I've never seen a non-IBM/Lenovo laptop with the thumb controller. I wonder if IBM's patent finally expired? It's nice to have control of the mouse while leaving your hands on the keyboard.


    I'm an AMD fanboy so take that for what it's worth, but I really wish there was a Ryzen 4000 variant of this thing available. 😁

  5. Avatar

    wright_is

    and a power button/key to the left of the Delete key where it belongs.

    No. The power button shouldn't be anywhere near the keyboard! Put it to the right of the keyboard, put it on the sides of the case, fine, but please not in the middle of the keyboard, where it will get pressed by accident!

    The rest of it sounds really good though, although I would like to see it with the recently announced Tiger Lake 11th Generation or AMD Ryzen 4000u processors. (Tiger Lake brings PCIe 4.0 and Thunderbolt 4 to the mix.)

  6. Avatar

    dougkinzinger

    EliteBook 840's are my go-to laptop of choice (I sell them) and I use them. It's a perfect travel companion.

  7. Avatar

    colin79666

    Annoying the Ethernet port has finally kicked the bucket. Was handy in enterprise, not least for the guy tasked with imaging the thing.

    • Avatar

      joeaxberg

      In reply to colin79666:

      It would seem to me that the days of ethernet ports on laptops, even enterprise ones are numbered. Was this not considered as something that one day might happen? MS doesn't' have a solution for this? Truly just curious as this seems odd.

      • Avatar

        colin79666

        In reply to joeaxberg:

        They do make use of SMBIOS GUID but there is still a fallback to MAC. For imaging you can save a list of MAC addresses for imaging that aren’t to be associated with the device but you still have to maintain that list. If every USB NIC worked with every model it would help but some laptops are USB C, some still A, some tablets micro USB, some only work with the same brand as the laptop and so it goes on. In the long term imaging will become redundant as machines will just use the OS installed at the factory and be managed with MDM (like an iPad is today) but enterprise is slow so that is a while off and still immature technology.

    • Avatar

      Paul Thurrott

      I don't see this as an issue. If there was an Ethernet port, you'd have a cable to plug in. Without an Ethernet port, you still have a cable to plug in. It will just have a USB dongle on the end of it. Same difference.
      • Avatar

        colin79666

        In reply to paul-thurrott:

        It becomes an issue when you have to image a machine and can’t find the dongle. You can’t use just any dongle either as only some will work with PXE and WinPE for certain models and you have to have set Endpoint Configuration Manager to not tie the MAC address of the dongle with the machine. Believe me this is a right PITA for desktop admins.

        • Avatar

          Paul Thurrott

          The dongle is just attached to the Ethernet cable all the time.
          • Avatar

            wright_is

            In reply to paul-thurrott:

            That is the problem. The dongle has the MAC address, which screws everything up. Everything assumes the MAC is unique to the PC, but in this case, it is the device connected to the cable, connecting it to the PC that has the MAC address - it is essentially a USB Ethernet adapter, not a USB dongle to convert USB to Ethernet... The same problem with docking stations, the docking stations Ethernet port has its own MAC address.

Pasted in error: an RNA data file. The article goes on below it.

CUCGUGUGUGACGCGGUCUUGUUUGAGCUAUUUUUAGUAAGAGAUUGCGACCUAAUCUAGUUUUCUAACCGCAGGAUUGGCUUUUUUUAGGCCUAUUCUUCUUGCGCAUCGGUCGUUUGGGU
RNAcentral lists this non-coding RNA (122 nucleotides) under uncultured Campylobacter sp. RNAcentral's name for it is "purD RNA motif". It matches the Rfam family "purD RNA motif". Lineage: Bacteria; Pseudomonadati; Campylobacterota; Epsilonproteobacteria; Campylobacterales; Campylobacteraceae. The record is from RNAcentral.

That means you have to be really careful with the adapters/docks and never use them on more than 1 laptop, when setting them up. Or a lock of messing around with configuration settings.

  8. Avatar

    RobertJasiek

    Interested consumers should wait for Tiger Lake to be used, which is a significant improvement over 10th generation.

  9. Avatar

    aretzios

    I have had lots of Elitebooks myself (since G1, all 850's) and I really like these machines but I have to say that they are way overpriced for the ordinary individual. These are business laptops and HP is targeting large corporations with them. If you compare their specs and contrast them to offerings by Lenovo, they simply do not match well in terms of "bang for the buck". They are well made, work well in most cases and they are dependable, but not the appropriate choice for a sole PC buyer.

    • Avatar

      Paul Thurrott

      They are definitely expensive, and, yes, they are aimed at businesses. You do get a lot for the extra money, however, in terms of durability, support, and overall quality.
      • Avatar

        aretzios

        In reply to paul-thurrott:

        Hmmm...I am not sure about support. I recently have had a horror story with HP support. My Elitebook 850 G5 keyboard stopped working (weird) and I sent it to the repair facility with direct instructions not to re-image the disk. Guess what? They did re-image the disk and I had to spend 2 days resurrecting this machine. Despite many inquiries, they never provided a justification. Just a screw up, I guess!!

    • Avatar

      Elwood P Suggins

      In reply to aretzios:

      Agreed... I longingly looked at the Elitebooks for myself last year but just couldn't justify the price for my needs. I ended up going with a mid-range Dell Latitude 5300 costing ~33% less - not as sexy as the HP but has a brighter display (300 nit) than the stock Elitebook display... otherwise the basic specs were very similar.

  10. Avatar

    dougkinzinger

    And if you want essentially the 840 but with the added number pad on the right, enter the 850. Both great, great units!